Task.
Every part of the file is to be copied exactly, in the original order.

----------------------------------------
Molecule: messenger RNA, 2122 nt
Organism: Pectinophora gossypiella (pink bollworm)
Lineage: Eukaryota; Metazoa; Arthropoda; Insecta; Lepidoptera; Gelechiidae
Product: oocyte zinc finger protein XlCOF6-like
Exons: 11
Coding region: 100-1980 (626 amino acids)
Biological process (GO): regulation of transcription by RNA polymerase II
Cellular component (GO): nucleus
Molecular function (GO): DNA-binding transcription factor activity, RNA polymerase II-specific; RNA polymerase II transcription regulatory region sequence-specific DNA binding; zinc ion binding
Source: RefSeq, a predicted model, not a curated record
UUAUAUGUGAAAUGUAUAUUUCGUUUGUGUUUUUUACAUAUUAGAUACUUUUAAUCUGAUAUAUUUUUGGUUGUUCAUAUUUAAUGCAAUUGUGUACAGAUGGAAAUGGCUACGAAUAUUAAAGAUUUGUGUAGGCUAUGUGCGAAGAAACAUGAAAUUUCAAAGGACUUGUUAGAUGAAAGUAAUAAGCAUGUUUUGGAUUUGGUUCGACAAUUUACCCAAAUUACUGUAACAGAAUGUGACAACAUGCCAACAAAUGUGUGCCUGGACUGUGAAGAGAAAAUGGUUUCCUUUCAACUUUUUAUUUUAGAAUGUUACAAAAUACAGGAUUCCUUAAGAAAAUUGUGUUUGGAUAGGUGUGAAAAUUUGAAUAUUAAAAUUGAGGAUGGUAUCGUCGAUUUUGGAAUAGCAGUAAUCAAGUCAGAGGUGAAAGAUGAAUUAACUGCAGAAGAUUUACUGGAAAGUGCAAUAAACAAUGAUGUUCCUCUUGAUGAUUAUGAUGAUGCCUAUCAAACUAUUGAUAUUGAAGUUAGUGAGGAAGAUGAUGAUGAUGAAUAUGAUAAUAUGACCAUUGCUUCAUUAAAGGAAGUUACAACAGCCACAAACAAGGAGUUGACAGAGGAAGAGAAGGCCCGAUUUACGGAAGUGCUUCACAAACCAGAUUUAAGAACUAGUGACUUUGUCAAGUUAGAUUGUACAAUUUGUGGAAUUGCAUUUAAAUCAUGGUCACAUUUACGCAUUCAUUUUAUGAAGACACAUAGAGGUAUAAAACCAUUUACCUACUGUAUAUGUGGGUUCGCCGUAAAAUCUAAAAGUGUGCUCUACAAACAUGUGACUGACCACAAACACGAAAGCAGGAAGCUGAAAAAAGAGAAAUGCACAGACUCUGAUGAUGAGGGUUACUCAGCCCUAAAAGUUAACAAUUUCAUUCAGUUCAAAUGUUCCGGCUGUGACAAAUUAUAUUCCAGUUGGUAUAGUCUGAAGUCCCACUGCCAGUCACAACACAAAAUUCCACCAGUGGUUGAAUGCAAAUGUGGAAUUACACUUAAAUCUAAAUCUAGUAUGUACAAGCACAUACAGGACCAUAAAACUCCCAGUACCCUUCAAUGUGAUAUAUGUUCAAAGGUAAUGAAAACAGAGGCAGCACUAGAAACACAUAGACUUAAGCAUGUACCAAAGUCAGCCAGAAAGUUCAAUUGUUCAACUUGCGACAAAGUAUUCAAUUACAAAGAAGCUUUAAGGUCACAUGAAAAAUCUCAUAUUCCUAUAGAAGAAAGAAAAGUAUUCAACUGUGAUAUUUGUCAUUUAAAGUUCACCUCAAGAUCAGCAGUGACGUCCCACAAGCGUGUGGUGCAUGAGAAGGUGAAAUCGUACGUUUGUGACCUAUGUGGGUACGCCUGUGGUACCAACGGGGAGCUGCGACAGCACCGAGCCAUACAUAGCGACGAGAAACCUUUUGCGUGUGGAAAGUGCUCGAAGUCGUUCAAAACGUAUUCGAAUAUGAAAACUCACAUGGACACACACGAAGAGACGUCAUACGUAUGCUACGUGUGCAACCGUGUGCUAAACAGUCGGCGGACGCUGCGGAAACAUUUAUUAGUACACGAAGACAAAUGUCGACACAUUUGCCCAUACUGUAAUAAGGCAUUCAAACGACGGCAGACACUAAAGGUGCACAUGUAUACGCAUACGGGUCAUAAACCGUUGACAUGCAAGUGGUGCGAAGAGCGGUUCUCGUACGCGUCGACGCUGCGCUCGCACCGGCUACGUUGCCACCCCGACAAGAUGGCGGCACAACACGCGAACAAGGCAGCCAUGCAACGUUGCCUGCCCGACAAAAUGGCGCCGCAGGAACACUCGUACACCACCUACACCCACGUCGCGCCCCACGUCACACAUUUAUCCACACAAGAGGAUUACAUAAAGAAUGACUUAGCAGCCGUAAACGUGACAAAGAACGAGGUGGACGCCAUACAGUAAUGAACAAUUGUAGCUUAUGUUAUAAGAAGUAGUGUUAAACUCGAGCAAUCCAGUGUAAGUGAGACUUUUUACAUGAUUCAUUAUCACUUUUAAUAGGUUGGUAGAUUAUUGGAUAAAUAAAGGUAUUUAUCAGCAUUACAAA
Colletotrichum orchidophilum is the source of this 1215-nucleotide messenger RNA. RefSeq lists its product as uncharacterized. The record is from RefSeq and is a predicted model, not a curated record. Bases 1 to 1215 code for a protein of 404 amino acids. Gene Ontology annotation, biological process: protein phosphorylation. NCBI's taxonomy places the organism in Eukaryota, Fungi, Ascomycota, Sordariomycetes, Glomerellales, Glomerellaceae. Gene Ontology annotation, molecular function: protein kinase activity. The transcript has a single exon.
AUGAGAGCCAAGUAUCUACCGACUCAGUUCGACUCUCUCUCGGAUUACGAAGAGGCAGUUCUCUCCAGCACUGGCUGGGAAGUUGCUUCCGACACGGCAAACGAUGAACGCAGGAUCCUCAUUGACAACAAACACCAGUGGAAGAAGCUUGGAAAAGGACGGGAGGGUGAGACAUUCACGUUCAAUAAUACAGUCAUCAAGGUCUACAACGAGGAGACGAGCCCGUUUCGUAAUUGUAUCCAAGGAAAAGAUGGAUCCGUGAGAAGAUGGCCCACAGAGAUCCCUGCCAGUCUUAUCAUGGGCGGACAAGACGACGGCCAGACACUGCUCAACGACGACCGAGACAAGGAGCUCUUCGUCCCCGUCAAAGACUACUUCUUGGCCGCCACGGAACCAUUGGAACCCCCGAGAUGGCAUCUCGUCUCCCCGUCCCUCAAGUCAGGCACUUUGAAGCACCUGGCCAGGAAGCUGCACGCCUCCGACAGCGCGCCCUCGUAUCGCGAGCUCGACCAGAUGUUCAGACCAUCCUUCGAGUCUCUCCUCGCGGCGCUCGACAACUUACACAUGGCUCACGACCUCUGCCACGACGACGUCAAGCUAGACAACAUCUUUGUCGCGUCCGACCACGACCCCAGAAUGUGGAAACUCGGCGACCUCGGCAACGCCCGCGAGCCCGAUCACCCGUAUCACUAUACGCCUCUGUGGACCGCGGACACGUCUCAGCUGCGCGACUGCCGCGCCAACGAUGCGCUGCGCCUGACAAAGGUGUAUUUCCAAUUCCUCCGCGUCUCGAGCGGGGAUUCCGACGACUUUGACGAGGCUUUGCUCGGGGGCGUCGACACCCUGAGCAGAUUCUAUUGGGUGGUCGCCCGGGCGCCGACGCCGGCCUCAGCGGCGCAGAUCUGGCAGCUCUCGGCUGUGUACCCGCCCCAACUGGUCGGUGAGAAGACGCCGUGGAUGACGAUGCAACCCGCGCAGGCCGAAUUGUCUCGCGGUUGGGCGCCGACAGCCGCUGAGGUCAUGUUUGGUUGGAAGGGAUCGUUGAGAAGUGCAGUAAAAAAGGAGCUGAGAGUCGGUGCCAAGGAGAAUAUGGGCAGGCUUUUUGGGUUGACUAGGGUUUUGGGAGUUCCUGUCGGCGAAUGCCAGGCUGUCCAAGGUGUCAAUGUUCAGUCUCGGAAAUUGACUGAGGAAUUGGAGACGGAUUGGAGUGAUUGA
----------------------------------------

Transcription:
Molecule: messenger RNA, 2122 nt
Organism: Pectinophora gossypiella (pink bollworm)
Lineage: Eukaryota; Metazoa; Arthropoda; Insecta; Lepidoptera; Gelechiidae
Product: oocyte zinc finger protein XlCOF6-like
Exons: 11
Coding region: 100-1980 (626 amino acids)
Biological process (GO): regulation of transcription by RNA polymerase II
Cellular component (GO): nucleus
Molecular function (GO): DNA-binding transcription factor activity, RNA polymerase II-specific; RNA polymerase II transcription regulatory region sequence-specific DNA binding; zinc ion binding
Source: RefSeq, a predicted model, not a curated record
UUAUAUGUGAAAUGUAUAUUUCGUUUGUGUUUUUUACAUAUUAGAUACUUUUAAUCUGAUAUAUUUUUGGUUGUUCAUAUUUAAUGCAAUUGUGUACAGAUGGAAAUGGCUACGAAUAUUAAAGAUUUGUGUAGGCUAUGUGCGAAGAAACAUGAAAUUUCAAAGGACUUGUUAGAUGAAAGUAAUAAGCAUGUUUUGGAUUUGGUUCGACAAUUUACCCAAAUUACUGUAACAGAAUGUGACAACAUGCCAACAAAUGUGUGCCUGGACUGUGAAGAGAAAAUGGUUUCCUUUCAACUUUUUAUUUUAGAAUGUUACAAAAUACAGGAUUCCUUAAGAAAAUUGUGUUUGGAUAGGUGUGAAAAUUUGAAUAUUAAAAUUGAGGAUGGUAUCGUCGAUUUUGGAAUAGCAGUAAUCAAGUCAGAGGUGAAAGAUGAAUUAACUGCAGAAGAUUUACUGGAAAGUGCAAUAAACAAUGAUGUUCCUCUUGAUGAUUAUGAUGAUGCCUAUCAAACUAUUGAUAUUGAAGUUAGUGAGGAAGAUGAUGAUGAUGAAUAUGAUAAUAUGACCAUUGCUUCAUUAAAGGAAGUUACAACAGCCACAAACAAGGAGUUGACAGAGGAAGAGAAGGCCCGAUUUACGGAAGUGCUUCACAAACCAGAUUUAAGAACUAGUGACUUUGUCAAGUUAGAUUGUACAAUUUGUGGAAUUGCAUUUAAAUCAUGGUCACAUUUACGCAUUCAUUUUAUGAAGACACAUAGAGGUAUAAAACCAUUUACCUACUGUAUAUGUGGGUUCGCCGUAAAAUCUAAAAGUGUGCUCUACAAACAUGUGACUGACCACAAACACGAAAGCAGGAAGCUGAAAAAAGAGAAAUGCACAGACUCUGAUGAUGAGGGUUACUCAGCCCUAAAAGUUAACAAUUUCAUUCAGUUCAAAUGUUCCGGCUGUGACAAAUUAUAUUCCAGUUGGUAUAGUCUGAAGUCCCACUGCCAGUCACAACACAAAAUUCCACCAGUGGUUGAAUGCAAAUGUGGAAUUACACUUAAAUCUAAAUCUAGUAUGUACAAGCACAUACAGGACCAUAAAACUCCCAGUACCCUUCAAUGUGAUAUAUGUUCAAAGGUAAUGAAAACAGAGGCAGCACUAGAAACACAUAGACUUAAGCAUGUACCAAAGUCAGCCAGAAAGUUCAAUUGUUCAACUUGCGACAAAGUAUUCAAUUACAAAGAAGCUUUAAGGUCACAUGAAAAAUCUCAUAUUCCUAUAGAAGAAAGAAAAGUAUUCAACUGUGAUAUUUGUCAUUUAAAGUUCACCUCAAGAUCAGCAGUGACGUCCCACAAGCGUGUGGUGCAUGAGAAGGUGAAAUCGUACGUUUGUGACCUAUGUGGGUACGCCUGUGGUACCAACGGGGAGCUGCGACAGCACCGAGCCAUACAUAGCGACGAGAAACCUUUUGCGUGUGGAAAGUGCUCGAAGUCGUUCAAAACGUAUUCGAAUAUGAAAACUCACAUGGACACACACGAAGAGACGUCAUACGUAUGCUACGUGUGCAACCGUGUGCUAAACAGUCGGCGGACGCUGCGGAAACAUUUAUUAGUACACGAAGACAAAUGUCGACACAUUUGCCCAUACUGUAAUAAGGCAUUCAAACGACGGCAGACACUAAAGGUGCACAUGUAUACGCAUACGGGUCAUAAACCGUUGACAUGCAAGUGGUGCGAAGAGCGGUUCUCGUACGCGUCGACGCUGCGCUCGCACCGGCUACGUUGCCACCCCGACAAGAUGGCGGCACAACACGCGAACAAGGCAGCCAUGCAACGUUGCCUGCCCGACAAAAUGGCGCCGCAGGAACACUCGUACACCACCUACACCCACGUCGCGCCCCACGUCACACAUUUAUCCACACAAGAGGAUUACAUAAAGAAUGACUUAGCAGCCGUAAACGUGACAAAGAACGAGGUGGACGCCAUACAGUAAUGAACAAUUGUAGCUUAUGUUAUAAGAAGUAGUGUUAAACUCGAGCAAUCCAGUGUAAGUGAGACUUUUUACAUGAUUCAUUAUCACUUUUAAUAGGUUGGUAGAUUAUUGGAUAAAUAAAGGUAUUUAUCAGCAUUACAAA
Colletotrichum orchidophilum is the source of this 1215-nucleotide messenger RNA. RefSeq lists its product as uncharacterized. The record is from RefSeq and is a predicted model, not a curated record. Bases 1 to 1215 code for a protein of 404 amino acids. Gene Ontology annotation, biological process: protein phosphorylation. NCBI's taxonomy places the organism in Eukaryota, Fungi, Ascomycota, Sordariomycetes, Glomerellales, Glomerellaceae. Gene Ontology annotation, molecular function: protein kinase activity. The transcript has a single exon.
AUGAGAGCCAAGUAUCUACCGACUCAGUUCGACUCUCUCUCGGAUUACGAAGAGGCAGUUCUCUCCAGCACUGGCUGGGAAGUUGCUUCCGACACGGCAAACGAUGAACGCAGGAUCCUCAUUGACAACAAACACCAGUGGAAGAAGCUUGGAAAAGGACGGGAGGGUGAGACAUUCACGUUCAAUAAUACAGUCAUCAAGGUCUACAACGAGGAGACGAGCCCGUUUCGUAAUUGUAUCCAAGGAAAAGAUGGAUCCGUGAGAAGAUGGCCCACAGAGAUCCCUGCCAGUCUUAUCAUGGGCGGACAAGACGACGGCCAGACACUGCUCAACGACGACCGAGACAAGGAGCUCUUCGUCCCCGUCAAAGACUACUUCUUGGCCGCCACGGAACCAUUGGAACCCCCGAGAUGGCAUCUCGUCUCCCCGUCCCUCAAGUCAGGCACUUUGAAGCACCUGGCCAGGAAGCUGCACGCCUCCGACAGCGCGCCCUCGUAUCGCGAGCUCGACCAGAUGUUCAGACCAUCCUUCGAGUCUCUCCUCGCGGCGCUCGACAACUUACACAUGGCUCACGACCUCUGCCACGACGACGUCAAGCUAGACAACAUCUUUGUCGCGUCCGACCACGACCCCAGAAUGUGGAAACUCGGCGACCUCGGCAACGCCCGCGAGCCCGAUCACCCGUAUCACUAUACGCCUCUGUGGACCGCGGACACGUCUCAGCUGCGCGACUGCCGCGCCAACGAUGCGCUGCGCCUGACAAAGGUGUAUUUCCAAUUCCUCCGCGUCUCGAGCGGGGAUUCCGACGACUUUGACGAGGCUUUGCUCGGGGGCGUCGACACCCUGAGCAGAUUCUAUUGGGUGGUCGCCCGGGCGCCGACGCCGGCCUCAGCGGCGCAGAUCUGGCAGCUCUCGGCUGUGUACCCGCCCCAACUGGUCGGUGAGAAGACGCCGUGGAUGACGAUGCAACCCGCGCAGGCCGAAUUGUCUCGCGGUUGGGCGCCGACAGCCGCUGAGGUCAUGUUUGGUUGGAAGGGAUCGUUGAGAAGUGCAGUAAAAAAGGAGCUGAGAGUCGGUGCCAAGGAGAAUAUGGGCAGGCUUUUUGGGUUGACUAGGGUUUUGGGAGUUCCUGUCGGCGAAUGCCAGGCUGUCCAAGGUGUCAAUGUUCAGUCUCGGAAAUUGACUGAGGAAUUGGAGACGGAUUGGAGUGAUUGA